In cinere et cilicio

I have found that little is accomplished by sitting about in the dark feeling guilty. Penance must be more constructive than that. The expiatory side of penance would more likely consist of prayer and inward chant, extended to prayerful reading and to contemplation. It will carry one’s sorry ass to church; and to that participation in the Mass which is a conduit of the divine mercy.

Anyone can go about in cinere et cilicio — in sackcloth and ashes, marks of poverty. They could be a fashion statement; anything can be turned into that. They began as the costume for our Catechumens, given forty days to prepare for Baptism at Easter. Through this time, they could wear their sins, and by extension public sinners could join them — publicly, in that attire. As I understand (from missals and the like) reconciliation occurred on Maundy Thursday. Christ carries, the rest of the way.

We will know that the Church is getting back in gear when we see a few bishops in sackcloth and ashes. Meanwhile, there are our own sins, our own quiet sins, carefully hidden, even from ourselves. The ashes carried out of church on the forehead — the ashes that were blessed at the altar, at the beginning of this morning’s Mass — sustain that tradition, now much less severe.

To my understanding, shame has been adapting to these post-Christian times. Shame today consists of getting caught. Without God, what else could it signify? But God already knows you and I are worms, we cannot impress Him. Sins honestly confessed then absolved are left behind. The world may still think us an embarrassment, but who cares what the world thinks?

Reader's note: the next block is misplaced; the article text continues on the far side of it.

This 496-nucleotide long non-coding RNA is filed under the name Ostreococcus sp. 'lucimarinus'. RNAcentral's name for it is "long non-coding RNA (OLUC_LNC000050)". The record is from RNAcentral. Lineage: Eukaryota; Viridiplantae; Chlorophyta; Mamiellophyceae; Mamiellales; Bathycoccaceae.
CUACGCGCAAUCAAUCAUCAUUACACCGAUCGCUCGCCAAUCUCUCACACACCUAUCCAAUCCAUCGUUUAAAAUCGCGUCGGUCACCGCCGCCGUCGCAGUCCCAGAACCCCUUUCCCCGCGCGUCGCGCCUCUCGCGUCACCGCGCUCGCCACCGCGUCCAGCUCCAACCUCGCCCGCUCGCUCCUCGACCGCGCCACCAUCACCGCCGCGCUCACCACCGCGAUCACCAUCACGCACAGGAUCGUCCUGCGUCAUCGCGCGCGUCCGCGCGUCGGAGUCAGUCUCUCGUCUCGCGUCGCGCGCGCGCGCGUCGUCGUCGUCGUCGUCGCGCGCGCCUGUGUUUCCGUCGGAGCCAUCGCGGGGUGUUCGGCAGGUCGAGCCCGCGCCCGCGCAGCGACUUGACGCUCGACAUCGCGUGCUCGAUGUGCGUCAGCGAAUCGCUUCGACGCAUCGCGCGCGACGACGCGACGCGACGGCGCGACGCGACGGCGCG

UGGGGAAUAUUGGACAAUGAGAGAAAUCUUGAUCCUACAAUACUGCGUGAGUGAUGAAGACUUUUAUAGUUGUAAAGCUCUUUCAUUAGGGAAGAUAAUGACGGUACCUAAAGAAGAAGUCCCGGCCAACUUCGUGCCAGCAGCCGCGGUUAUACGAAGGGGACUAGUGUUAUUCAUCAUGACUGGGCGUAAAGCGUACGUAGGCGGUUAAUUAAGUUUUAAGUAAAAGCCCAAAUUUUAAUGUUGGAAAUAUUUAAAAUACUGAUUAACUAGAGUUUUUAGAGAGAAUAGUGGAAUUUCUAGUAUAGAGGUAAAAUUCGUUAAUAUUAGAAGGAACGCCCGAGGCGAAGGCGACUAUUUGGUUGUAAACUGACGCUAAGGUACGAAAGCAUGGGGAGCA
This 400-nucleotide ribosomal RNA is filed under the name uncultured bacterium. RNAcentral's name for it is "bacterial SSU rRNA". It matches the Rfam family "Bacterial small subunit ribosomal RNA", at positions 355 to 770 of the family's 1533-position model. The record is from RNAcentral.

For you and me, penance will be joyful. We’ve got off easy, what could we lament? In perfect contrition we come to know ourselves: to know what we are capable of doing, or capable of not doing when action is rightfully demanded. This takes an awkward burden off our backs, a lot of gunk out of our eyes. It is thus a big plus, and the resolution not to sin again is of its nature joyous. We may fail, but will keep trying.

Penance is penance. It is doing the right thing. Doing the right thing makes us feel good.

There is expiation and purgation. They are subtly different, and subtly the same. In the grand cosmic scheme of things, Christ has atoned. We know of Purgatory, though we don’t know much. Here on this Earth we will do what is within our powers, to expiate in positive acts, and purge ourselves of encumberments. The self-denial that threads through Lent, the de-habituation to luxuries and crutches, is not for sin, per se. It is merely good exercise, repeated each year; the divine form of that cute saying of Nietzsche’s (“what does not kill me makes me stronger”). Alas, clever man, he was able to turn a great Lenten truth into a feeble and implausible lie.

It is the building of strength that makes us stronger; the ability to withstand temptation; the wisdom not to hurt but to avoid hurting ourselves. That is the groundwork of Christian virtue, and like exercise in the gym, it is not for public display.

And neither for that matter is the expiation, except to right very public wrongs. Lent is not performed for an Oscar. The acts of charity — the additional acts, required in this season — are to remain invisible to men. And by charity, invisibly, the heart is uplifted.